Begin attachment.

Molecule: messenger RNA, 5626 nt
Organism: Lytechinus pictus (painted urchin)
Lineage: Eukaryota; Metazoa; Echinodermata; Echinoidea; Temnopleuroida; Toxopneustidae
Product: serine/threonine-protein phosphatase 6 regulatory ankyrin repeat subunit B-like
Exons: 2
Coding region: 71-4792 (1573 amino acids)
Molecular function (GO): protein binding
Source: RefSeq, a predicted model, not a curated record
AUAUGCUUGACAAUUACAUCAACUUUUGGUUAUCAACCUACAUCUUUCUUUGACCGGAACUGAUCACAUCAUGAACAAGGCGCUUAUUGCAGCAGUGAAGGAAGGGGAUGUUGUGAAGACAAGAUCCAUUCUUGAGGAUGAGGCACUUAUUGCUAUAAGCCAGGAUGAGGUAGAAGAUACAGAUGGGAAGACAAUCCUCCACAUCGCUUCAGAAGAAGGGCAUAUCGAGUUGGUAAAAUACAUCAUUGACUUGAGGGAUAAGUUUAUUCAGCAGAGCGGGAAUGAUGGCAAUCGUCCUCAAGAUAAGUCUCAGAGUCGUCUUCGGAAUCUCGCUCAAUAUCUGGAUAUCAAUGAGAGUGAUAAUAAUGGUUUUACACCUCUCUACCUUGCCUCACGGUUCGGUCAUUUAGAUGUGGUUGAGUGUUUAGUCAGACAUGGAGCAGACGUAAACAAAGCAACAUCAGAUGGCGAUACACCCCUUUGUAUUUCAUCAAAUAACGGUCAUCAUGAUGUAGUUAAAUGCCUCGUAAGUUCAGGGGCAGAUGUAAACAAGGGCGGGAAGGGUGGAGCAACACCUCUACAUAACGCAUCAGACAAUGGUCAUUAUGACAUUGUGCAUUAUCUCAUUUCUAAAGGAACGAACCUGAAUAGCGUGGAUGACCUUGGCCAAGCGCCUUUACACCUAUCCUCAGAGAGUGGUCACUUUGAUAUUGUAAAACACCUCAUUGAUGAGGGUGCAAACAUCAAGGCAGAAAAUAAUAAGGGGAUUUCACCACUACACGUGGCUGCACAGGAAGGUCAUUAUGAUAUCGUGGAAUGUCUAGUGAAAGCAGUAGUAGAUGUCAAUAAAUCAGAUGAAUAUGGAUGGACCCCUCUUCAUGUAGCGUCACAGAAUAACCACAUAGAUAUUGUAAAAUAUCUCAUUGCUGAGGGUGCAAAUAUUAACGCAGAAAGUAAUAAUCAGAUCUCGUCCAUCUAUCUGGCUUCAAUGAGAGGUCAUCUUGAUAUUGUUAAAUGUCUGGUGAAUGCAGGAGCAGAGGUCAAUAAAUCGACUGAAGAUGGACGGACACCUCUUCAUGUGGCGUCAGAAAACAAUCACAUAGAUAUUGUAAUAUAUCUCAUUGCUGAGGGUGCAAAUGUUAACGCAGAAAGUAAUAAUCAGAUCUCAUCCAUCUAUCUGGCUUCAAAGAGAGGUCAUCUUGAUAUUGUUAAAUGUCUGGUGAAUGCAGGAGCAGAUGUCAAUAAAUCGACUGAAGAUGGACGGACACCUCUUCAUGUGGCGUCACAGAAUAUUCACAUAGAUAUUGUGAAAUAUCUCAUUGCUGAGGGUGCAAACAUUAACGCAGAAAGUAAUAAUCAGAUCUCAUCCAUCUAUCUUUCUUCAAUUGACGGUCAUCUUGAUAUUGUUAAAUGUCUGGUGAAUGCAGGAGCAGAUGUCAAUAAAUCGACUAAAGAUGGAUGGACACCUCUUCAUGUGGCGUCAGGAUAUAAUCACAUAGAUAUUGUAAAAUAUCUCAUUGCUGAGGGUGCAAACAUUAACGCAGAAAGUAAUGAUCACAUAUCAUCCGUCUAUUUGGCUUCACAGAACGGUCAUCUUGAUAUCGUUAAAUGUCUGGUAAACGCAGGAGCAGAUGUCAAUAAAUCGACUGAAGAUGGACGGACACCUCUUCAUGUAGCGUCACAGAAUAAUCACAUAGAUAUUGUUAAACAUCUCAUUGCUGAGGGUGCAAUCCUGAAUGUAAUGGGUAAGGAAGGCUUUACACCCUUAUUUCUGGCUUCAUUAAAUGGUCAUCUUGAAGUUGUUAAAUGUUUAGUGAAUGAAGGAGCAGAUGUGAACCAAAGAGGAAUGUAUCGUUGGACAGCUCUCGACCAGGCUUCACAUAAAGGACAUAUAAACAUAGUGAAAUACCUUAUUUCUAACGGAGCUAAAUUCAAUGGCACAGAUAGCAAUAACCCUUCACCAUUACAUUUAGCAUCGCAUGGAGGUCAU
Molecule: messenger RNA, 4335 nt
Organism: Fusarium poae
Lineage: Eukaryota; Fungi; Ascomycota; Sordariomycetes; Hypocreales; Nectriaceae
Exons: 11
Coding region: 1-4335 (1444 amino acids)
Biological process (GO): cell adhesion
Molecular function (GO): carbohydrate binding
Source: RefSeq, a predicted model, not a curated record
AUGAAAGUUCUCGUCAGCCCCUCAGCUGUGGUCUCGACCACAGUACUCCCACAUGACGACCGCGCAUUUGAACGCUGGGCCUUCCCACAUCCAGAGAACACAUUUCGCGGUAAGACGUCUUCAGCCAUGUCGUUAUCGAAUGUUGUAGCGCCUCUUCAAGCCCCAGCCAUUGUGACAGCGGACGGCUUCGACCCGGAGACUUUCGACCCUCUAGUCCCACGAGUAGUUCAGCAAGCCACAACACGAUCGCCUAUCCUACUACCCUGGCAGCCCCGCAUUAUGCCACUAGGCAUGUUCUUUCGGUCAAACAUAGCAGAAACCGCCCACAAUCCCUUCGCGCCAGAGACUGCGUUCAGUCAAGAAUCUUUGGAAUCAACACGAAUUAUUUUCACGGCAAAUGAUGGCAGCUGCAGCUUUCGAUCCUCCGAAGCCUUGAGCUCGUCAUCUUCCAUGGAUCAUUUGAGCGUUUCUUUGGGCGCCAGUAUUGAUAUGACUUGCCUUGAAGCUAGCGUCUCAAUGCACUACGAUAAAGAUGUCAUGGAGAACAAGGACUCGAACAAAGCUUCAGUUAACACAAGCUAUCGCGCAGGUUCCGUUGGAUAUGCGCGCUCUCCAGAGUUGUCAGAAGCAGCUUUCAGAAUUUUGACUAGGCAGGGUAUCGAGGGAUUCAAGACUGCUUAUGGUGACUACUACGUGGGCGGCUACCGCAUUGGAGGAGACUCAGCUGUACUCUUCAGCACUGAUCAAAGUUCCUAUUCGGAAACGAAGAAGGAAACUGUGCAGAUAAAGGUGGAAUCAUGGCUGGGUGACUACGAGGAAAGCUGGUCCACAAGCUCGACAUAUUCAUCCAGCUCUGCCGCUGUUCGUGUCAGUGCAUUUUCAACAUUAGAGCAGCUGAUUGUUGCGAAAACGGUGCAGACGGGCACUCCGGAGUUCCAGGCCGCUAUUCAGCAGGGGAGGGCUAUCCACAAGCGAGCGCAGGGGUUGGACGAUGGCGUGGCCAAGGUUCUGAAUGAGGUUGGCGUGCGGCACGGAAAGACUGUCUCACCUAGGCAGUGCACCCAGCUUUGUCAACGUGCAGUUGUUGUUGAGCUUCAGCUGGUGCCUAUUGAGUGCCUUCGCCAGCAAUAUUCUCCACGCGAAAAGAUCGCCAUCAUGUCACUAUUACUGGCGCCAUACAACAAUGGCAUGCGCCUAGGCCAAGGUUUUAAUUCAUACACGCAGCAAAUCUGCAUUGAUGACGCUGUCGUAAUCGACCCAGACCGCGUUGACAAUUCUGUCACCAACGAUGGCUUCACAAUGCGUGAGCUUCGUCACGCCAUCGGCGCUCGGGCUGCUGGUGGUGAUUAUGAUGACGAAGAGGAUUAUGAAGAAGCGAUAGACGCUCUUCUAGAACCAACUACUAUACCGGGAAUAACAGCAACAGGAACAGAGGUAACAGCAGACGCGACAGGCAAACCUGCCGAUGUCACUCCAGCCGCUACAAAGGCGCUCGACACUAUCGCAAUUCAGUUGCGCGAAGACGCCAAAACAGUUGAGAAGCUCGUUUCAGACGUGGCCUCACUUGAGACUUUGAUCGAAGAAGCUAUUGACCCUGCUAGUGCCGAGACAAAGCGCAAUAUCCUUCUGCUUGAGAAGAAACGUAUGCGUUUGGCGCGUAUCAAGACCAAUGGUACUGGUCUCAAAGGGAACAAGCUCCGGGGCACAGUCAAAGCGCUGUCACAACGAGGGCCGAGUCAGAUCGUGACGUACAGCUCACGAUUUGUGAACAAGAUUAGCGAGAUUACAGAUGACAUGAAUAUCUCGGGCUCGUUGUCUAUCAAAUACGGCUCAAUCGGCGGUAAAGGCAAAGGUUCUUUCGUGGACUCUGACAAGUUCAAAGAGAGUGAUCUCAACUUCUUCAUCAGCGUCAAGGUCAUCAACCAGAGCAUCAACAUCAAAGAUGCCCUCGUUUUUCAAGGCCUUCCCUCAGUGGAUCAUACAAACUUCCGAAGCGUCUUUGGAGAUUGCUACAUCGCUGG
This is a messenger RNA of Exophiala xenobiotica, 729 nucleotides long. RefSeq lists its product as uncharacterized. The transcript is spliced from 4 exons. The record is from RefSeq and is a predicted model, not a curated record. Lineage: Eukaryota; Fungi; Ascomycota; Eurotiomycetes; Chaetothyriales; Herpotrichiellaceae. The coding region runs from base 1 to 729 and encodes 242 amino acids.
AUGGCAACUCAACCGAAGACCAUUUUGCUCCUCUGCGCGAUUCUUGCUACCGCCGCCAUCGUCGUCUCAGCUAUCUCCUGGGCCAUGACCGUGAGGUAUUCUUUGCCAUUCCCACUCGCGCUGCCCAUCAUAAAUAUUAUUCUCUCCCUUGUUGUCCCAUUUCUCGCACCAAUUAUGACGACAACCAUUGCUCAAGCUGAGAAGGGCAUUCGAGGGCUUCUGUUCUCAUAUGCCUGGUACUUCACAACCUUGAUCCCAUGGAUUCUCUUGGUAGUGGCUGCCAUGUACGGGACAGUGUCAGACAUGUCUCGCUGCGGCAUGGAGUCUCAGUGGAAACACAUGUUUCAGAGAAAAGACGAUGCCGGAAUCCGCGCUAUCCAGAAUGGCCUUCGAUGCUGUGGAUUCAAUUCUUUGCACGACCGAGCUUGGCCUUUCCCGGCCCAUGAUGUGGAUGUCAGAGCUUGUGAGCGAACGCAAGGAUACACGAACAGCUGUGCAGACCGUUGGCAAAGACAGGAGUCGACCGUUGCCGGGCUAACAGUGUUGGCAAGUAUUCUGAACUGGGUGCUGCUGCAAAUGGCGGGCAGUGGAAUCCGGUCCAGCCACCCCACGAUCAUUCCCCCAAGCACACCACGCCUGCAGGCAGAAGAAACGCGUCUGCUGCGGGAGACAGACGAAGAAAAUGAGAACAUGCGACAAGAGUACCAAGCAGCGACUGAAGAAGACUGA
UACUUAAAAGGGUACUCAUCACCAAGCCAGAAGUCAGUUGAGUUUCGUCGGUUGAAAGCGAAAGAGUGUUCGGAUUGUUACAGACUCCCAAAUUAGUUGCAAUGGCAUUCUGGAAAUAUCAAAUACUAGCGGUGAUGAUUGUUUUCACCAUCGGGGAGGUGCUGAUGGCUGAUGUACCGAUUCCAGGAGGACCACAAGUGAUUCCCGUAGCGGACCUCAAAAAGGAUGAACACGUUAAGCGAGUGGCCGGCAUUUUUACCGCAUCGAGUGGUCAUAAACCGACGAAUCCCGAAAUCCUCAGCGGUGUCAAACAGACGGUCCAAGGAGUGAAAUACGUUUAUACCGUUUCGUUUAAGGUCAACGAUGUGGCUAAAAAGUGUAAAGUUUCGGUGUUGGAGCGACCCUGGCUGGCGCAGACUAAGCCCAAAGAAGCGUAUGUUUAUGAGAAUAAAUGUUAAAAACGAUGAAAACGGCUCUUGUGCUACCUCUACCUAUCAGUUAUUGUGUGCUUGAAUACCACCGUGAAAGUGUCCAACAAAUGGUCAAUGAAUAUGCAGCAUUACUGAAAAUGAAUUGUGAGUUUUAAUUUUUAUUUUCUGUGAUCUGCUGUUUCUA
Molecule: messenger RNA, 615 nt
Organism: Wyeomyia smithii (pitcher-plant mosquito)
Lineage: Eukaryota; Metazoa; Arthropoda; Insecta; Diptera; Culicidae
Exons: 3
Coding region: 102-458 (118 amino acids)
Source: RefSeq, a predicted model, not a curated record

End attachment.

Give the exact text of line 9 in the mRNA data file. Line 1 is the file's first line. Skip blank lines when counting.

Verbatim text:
AUAUGCUUGACAAUUACAUCAACUUUUGGUUAUCAACCUACAUCUUUCUUUGACCGGAACUGAUCACAUCAUGAACAAGGCGCUUAUUGCAGCAGUGAAGGAAGGGGAUGUUGUGAAGACAAGAUCCAUUCUUGAGGAUGAGGCACUUAUUGCUAUAAGCCAGGAUGAGGUAGAAGAUACAGAUGGGAAGACAAUCCUCCACAUCGCUUCAGAAGAAGGGCAUAUCGAGUUGGUAAAAUACAUCAUUGACUUGAGGGAUAAGUUUAUUCAGCAGAGCGGGAAUGAUGGCAAUCGUCCUCAAGAUAAGUCUCAGAGUCGUCUUCGGAAUCUCGCUCAAUAUCUGGAUAUCAAUGAGAGUGAUAAUAAUGGUUUUACACCUCUCUACCUUGCCUCACGGUUCGGUCAUUUAGAUGUGGUUGAGUGUUUAGUCAGACAUGGAGCAGACGUAAACAAAGCAACAUCAGAUGGCGAUACACCCCUUUGUAUUUCAUCAAAUAACGGUCAUCAUGAUGUAGUUAAAUGCCUCGUAAGUUCAGGGGCAGAUGUAAACAAGGGCGGGAAGGGUGGAGCAACACCUCUACAUAACGCAUCAGACAAUGGUCAUUAUGACAUUGUGCAUUAUCUCAUUUCUAAAGGAACGAACCUGAAUAGCGUGGAUGACCUUGGCCAAGCGCCUUUACACCUAUCCUCAGAGAGUGGUCACUUUGAUAUUGUAAAACACCUCAUUGAUGAGGGUGCAAACAUCAAGGCAGAAAAUAAUAAGGGGAUUUCACCACUACACGUGGCUGCACAGGAAGGUCAUUAUGAUAUCGUGGAAUGUCUAGUGAAAGCAGUAGUAGAUGUCAAUAAAUCAGAUGAAUAUGGAUGGACCCCUCUUCAUGUAGCGUCACAGAAUAACCACAUAGAUAUUGUAAAAUAUCUCAUUGCUGAGGGUGCAAAUAUUAACGCAGAAAGUAAUAAUCAGAUCUCGUCCAUCUAUCUGGCUUCAAUGAGAGGUCAUCUUGAUAUUGUUAAAUGUCUGGUGAAUGCAGGAGCAGAGGUCAAUAAAUCGACUGAAGAUGGACGGACACCUCUUCAUGUGGCGUCAGAAAACAAUCACAUAGAUAUUGUAAUAUAUCUCAUUGCUGAGGGUGCAAAUGUUAACGCAGAAAGUAAUAAUCAGAUCUCAUCCAUCUAUCUGGCUUCAAAGAGAGGUCAUCUUGAUAUUGUUAAAUGUCUGGUGAAUGCAGGAGCAGAUGUCAAUAAAUCGACUGAAGAUGGACGGACACCUCUUCAUGUGGCGUCACAGAAUAUUCACAUAGAUAUUGUGAAAUAUCUCAUUGCUGAGGGUGCAAACAUUAACGCAGAAAGUAAUAAUCAGAUCUCAUCCAUCUAUCUUUCUUCAAUUGACGGUCAUCUUGAUAUUGUUAAAUGUCUGGUGAAUGCAGGAGCAGAUGUCAAUAAAUCGACUAAAGAUGGAUGGACACCUCUUCAUGUGGCGUCAGGAUAUAAUCACAUAGAUAUUGUAAAAUAUCUCAUUGCUGAGGGUGCAAACAUUAACGCAGAAAGUAAUGAUCACAUAUCAUCCGUCUAUUUGGCUUCACAGAACGGUCAUCUUGAUAUCGUUAAAUGUCUGGUAAACGCAGGAGCAGAUGUCAAUAAAUCGACUGAAGAUGGACGGACACCUCUUCAUGUAGCGUCACAGAAUAAUCACAUAGAUAUUGUUAAACAUCUCAUUGCUGAGGGUGCAAUCCUGAAUGUAAUGGGUAAGGAAGGCUUUACACCCUUAUUUCUGGCUUCAUUAAAUGGUCAUCUUGAAGUUGUUAAAUGUUUAGUGAAUGAAGGAGCAGAUGUGAACCAAAGAGGAAUGUAUCGUUGGACAGCUCUCGACCAGGCUUCACAUAAAGGACAUAUAAACAUAGUGAAAUACCUUAUUUCUAACGGAGCUAAAUUCAAUGGCACAGAUAGCAAUAACCCUUCACCAUUACAUUUAGCAUCGCAUGGAGGUCAU